Discipline: Science and English

Grade Level: 11th Grade

Course: Integrated chemistry and English

©Literacy Design Collaborative. September 2011

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Nuclear Sustainability
What
Instruction?
  • Skills Cluster 1
    • Group of Individual Skill Assessed Mini-Task Instructional Strategies
      Product and Prompt Scoring (Product "Meets Expectations" if it...)

      Skills Cluster 1: Preparing for the Task

      Group

      Ability to identify what is already known and what needs to be learned and done in order to complete the task, as outlined in the entry document, background information sources, and rubrics

      Complete a Know/Want to Know/Learned/Still Need to Know chart based on the entry document, rubrics, and background sources, listing your prior knowledge and the questions you need to answer in order to complete the project.

      “Knows” and “need to knows” are clearly reflective of information in rubric, background information sources, and entry document.

      • Know, Want to Know, Learned, Still Need to Know chart graphic organizer (KWLS)
      • Group share and discussion of items from chart
      • Revisit KWLS chart periodically throughout project
  • Skills Cluster 2
    • Group or Individual Skills Assessed Mini-Task Instructional Strategies
      Product and Prompt Scoring (Product "Meets Expectations" if it...)

      Skills Cluster 2

      Individual

      • Ability to describe the advancement of atomic models
      • Ability to describe the kinds and characteristics of subatomic particles
      • Ability to describe the characteristics of atoms, including their atomic mass, mass number, and isotopes
      • Ability to describe how fission works, the main types of nuclear reactions, and which types are dangerous and why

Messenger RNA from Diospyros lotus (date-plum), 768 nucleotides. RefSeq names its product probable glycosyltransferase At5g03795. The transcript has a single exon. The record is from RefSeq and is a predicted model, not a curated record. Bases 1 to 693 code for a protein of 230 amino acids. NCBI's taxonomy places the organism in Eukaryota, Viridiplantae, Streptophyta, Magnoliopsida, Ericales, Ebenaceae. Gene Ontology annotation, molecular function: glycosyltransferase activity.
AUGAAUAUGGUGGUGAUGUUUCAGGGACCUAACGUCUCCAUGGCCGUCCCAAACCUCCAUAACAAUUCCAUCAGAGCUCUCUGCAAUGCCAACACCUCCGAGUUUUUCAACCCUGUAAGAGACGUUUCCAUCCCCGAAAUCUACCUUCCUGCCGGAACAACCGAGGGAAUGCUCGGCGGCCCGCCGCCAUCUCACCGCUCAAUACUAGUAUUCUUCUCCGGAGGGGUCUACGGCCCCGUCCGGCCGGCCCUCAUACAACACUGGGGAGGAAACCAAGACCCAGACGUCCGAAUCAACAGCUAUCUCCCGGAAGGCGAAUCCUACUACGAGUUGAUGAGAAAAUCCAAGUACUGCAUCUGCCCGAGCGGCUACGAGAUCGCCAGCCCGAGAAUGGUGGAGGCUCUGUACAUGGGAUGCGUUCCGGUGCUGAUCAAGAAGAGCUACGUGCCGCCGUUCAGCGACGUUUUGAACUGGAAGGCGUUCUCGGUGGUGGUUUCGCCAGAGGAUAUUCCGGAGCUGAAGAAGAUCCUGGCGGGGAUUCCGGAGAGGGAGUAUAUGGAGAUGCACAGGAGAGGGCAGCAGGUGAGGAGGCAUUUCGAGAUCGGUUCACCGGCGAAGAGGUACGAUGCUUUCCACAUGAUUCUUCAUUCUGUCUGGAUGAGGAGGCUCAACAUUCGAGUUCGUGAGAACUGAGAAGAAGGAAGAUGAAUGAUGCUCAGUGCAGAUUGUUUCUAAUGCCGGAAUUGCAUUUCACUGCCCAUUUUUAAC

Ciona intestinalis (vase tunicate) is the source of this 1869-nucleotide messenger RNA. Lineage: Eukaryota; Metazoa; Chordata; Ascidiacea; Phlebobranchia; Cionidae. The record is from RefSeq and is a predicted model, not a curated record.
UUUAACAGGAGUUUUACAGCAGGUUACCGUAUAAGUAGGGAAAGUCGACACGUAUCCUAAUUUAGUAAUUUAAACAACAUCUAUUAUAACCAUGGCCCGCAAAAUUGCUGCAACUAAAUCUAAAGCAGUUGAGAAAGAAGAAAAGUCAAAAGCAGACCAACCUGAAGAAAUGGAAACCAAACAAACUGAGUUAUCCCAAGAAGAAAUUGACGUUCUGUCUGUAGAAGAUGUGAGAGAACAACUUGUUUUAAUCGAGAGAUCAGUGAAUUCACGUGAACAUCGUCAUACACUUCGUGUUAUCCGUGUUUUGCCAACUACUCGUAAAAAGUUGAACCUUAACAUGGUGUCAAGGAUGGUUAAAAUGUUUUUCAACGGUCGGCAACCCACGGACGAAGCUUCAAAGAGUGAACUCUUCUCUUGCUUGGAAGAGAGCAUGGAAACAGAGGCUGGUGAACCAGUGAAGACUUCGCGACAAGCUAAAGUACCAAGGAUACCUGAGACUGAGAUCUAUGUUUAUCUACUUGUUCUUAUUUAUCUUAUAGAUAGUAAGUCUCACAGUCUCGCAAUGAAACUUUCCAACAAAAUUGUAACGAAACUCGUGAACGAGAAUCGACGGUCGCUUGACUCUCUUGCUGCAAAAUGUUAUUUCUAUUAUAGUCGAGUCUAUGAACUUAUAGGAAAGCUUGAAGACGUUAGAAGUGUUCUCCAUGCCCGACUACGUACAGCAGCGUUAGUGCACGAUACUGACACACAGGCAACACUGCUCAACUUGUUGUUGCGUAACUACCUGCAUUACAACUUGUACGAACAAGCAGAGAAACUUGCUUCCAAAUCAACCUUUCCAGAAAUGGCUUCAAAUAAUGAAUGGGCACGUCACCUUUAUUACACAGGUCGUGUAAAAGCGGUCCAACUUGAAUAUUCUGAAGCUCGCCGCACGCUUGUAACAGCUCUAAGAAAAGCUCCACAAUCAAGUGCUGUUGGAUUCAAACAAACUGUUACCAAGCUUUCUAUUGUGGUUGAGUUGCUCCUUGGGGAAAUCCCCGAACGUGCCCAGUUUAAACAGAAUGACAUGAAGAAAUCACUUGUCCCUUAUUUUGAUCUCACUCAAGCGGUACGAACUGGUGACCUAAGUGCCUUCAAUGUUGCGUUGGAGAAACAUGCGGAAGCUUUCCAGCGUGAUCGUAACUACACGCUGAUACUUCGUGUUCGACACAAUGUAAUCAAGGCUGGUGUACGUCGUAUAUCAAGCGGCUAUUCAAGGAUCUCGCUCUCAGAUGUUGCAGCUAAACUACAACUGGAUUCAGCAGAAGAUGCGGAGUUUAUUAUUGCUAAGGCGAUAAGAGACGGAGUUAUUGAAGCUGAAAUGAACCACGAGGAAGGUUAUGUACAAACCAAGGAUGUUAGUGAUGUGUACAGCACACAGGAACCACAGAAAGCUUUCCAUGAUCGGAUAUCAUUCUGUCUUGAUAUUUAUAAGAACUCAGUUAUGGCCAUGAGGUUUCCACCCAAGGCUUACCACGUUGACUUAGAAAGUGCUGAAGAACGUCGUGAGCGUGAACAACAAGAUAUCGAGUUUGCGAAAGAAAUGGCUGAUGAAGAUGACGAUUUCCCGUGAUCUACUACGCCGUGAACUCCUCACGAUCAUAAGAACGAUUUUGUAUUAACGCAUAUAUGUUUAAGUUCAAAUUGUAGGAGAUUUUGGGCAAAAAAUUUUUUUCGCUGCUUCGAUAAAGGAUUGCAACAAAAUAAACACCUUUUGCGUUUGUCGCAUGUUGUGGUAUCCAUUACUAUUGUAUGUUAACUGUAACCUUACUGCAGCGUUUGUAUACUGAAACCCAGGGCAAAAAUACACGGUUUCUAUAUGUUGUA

• Ability to explain why some elements are radioactive and others are not
      • Ability to define half-life, describe how it is calculated, and explain its relationship to nuclear reactors and waste
      • Ability to describe how a nuclear reactor works, including the waste it generates

      Read the textbook chapters on the atom and nuclear chemistry, completing Cornell notes as you do so.


      Cornell notes include notes in students’ own words regarding above topics, with appropriate summaries and questions.

      • Workshop on Cornell notes
      • Cornell notes template
      • “Textbook circles” or small groups meeting to discuss and reflect on reading
      • Workshop (small group) on atomic models
      • Workshop (small group) on subatomic particles
  • Skills Cluster 3
    • Group or Individual Skills Assessed Mini-Task Instructional Strategies
      Product and Prompt Scoring (Product "Meets Expectations" if it...)

      Skills Cluster 3

      Individual

      Ability to describe the advancement of atomic models

      Write a description of the nucleus of an atom and Rutherford’s scattering experiment that proved that atoms had a small “core.”

      Description compares and contrasts “plum pudding” vs. charged nucleus theories of atom and explains how Rutherford’s experiment disproves the “plum pudding” model

      • Rutherford Scattering Simulation for CU Boulder

      • Sentence frames to support academic writing

  • Skills Cluster 4
    • Group or Individual Skills assessed Mini-Task Instructional Strategies
      Product and Prompt Scoring (Product "Meets Expectations" if it...)

      Skills Cluster 4

      Individual

      Ability to describe the characteristics of atoms, including their atomic mass, mass number, and isotopes
      Ability to define half-life and describe how it is calculated

      Describe how the ‘pennium/pennyium’ labs simulated the isotopes, atomic mass, and half-life of an element.

      Description is detailed and correctly identifies the penny isotopes, atomic mass, and half-life.

      • “Isotopes of Pennium” lab
      • “Half-Life of Pennyium” lab
      • Sentence frames for scientific language
  • Skills Cluster 5
    • Group or Individual Skill(s) Assessed Mini-Task Instructional Strategies
      Product and Prompt Scoring (Product "Meets Expectations" if it...)

      Skills Cluster 5

      Individual

      Ability to evaluate and synthesize information from a variety of sources